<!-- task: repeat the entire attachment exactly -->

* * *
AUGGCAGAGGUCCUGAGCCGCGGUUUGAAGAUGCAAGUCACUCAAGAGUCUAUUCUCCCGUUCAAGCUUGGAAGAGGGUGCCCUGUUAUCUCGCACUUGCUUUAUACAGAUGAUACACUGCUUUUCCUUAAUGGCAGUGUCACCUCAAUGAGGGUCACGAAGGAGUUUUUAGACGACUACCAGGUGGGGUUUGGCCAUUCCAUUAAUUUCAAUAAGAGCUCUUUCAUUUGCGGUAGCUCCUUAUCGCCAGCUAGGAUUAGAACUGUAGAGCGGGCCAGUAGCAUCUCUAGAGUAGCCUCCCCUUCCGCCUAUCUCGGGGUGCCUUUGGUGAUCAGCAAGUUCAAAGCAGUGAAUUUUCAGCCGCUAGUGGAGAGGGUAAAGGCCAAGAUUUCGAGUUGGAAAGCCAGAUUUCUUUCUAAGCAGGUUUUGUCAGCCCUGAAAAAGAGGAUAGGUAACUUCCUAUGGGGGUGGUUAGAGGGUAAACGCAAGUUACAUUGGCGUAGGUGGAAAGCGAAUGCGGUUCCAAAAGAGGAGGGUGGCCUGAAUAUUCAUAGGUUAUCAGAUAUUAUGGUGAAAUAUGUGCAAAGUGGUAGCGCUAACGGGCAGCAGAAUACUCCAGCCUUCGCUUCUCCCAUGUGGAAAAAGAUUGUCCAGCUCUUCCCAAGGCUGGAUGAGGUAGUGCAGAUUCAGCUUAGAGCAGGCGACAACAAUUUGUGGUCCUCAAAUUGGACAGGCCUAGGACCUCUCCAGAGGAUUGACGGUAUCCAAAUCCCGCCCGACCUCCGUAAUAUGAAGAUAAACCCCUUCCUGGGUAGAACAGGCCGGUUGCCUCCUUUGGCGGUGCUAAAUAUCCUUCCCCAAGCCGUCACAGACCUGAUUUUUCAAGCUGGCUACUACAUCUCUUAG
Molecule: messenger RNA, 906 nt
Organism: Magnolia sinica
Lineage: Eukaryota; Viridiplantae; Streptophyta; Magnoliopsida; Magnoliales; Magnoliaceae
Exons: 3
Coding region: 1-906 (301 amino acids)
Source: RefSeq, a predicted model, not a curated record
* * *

AUGGCAGAGGUCCUGAGCCGCGGUUUGAAGAUGCAAGUCACUCAAGAGUCUAUUCUCCCGUUCAAGCUUGGAAGAGGGUGCCCUGUUAUCUCGCACUUGCUUUAUACAGAUGAUACACUGCUUUUCCUUAAUGGCAGUGUCACCUCAAUGAGGGUCACGAAGGAGUUUUUAGACGACUACCAGGUGGGGUUUGGCCAUUCCAUUAAUUUCAAUAAGAGCUCUUUCAUUUGCGGUAGCUCCUUAUCGCCAGCUAGGAUUAGAACUGUAGAGCGGGCCAGUAGCAUCUCUAGAGUAGCCUCCCCUUCCGCCUAUCUCGGGGUGCCUUUGGUGAUCAGCAAGUUCAAAGCAGUGAAUUUUCAGCCGCUAGUGGAGAGGGUAAAGGCCAAGAUUUCGAGUUGGAAAGCCAGAUUUCUUUCUAAGCAGGUUUUGUCAGCCCUGAAAAAGAGGAUAGGUAACUUCCUAUGGGGGUGGUUAGAGGGUAAACGCAAGUUACAUUGGCGUAGGUGGAAAGCGAAUGCGGUUCCAAAAGAGGAGGGUGGCCUGAAUAUUCAUAGGUUAUCAGAUAUUAUGGUGAAAUAUGUGCAAAGUGGUAGCGCUAACGGGCAGCAGAAUACUCCAGCCUUCGCUUCUCCCAUGUGGAAAAAGAUUGUCCAGCUCUUCCCAAGGCUGGAUGAGGUAGUGCAGAUUCAGCUUAGAGCAGGCGACAACAAUUUGUGGUCCUCAAAUUGGACAGGCCUAGGACCUCUCCAGAGGAUUGACGGUAUCCAAAUCCCGCCCGACCUCCGUAAUAUGAAGAUAAACCCCUUCCUGGGUAGAACAGGCCGGUUGCCUCCUUUGGCGGUGCUAAAUAUCCUUCCCCAAGCCGUCACAGACCUGAUUUUUCAAGCUGGCUACUACAUCUCUUAG
Molecule: messenger RNA, 906 nt
Organism: Magnolia sinica
Lineage: Eukaryota; Viridiplantae; Streptophyta; Magnoliopsida; Magnoliales; Magnoliaceae
Exons: 3
Coding region: 1-906 (301 amino acids)
Source: RefSeq, a predicted model, not a curated record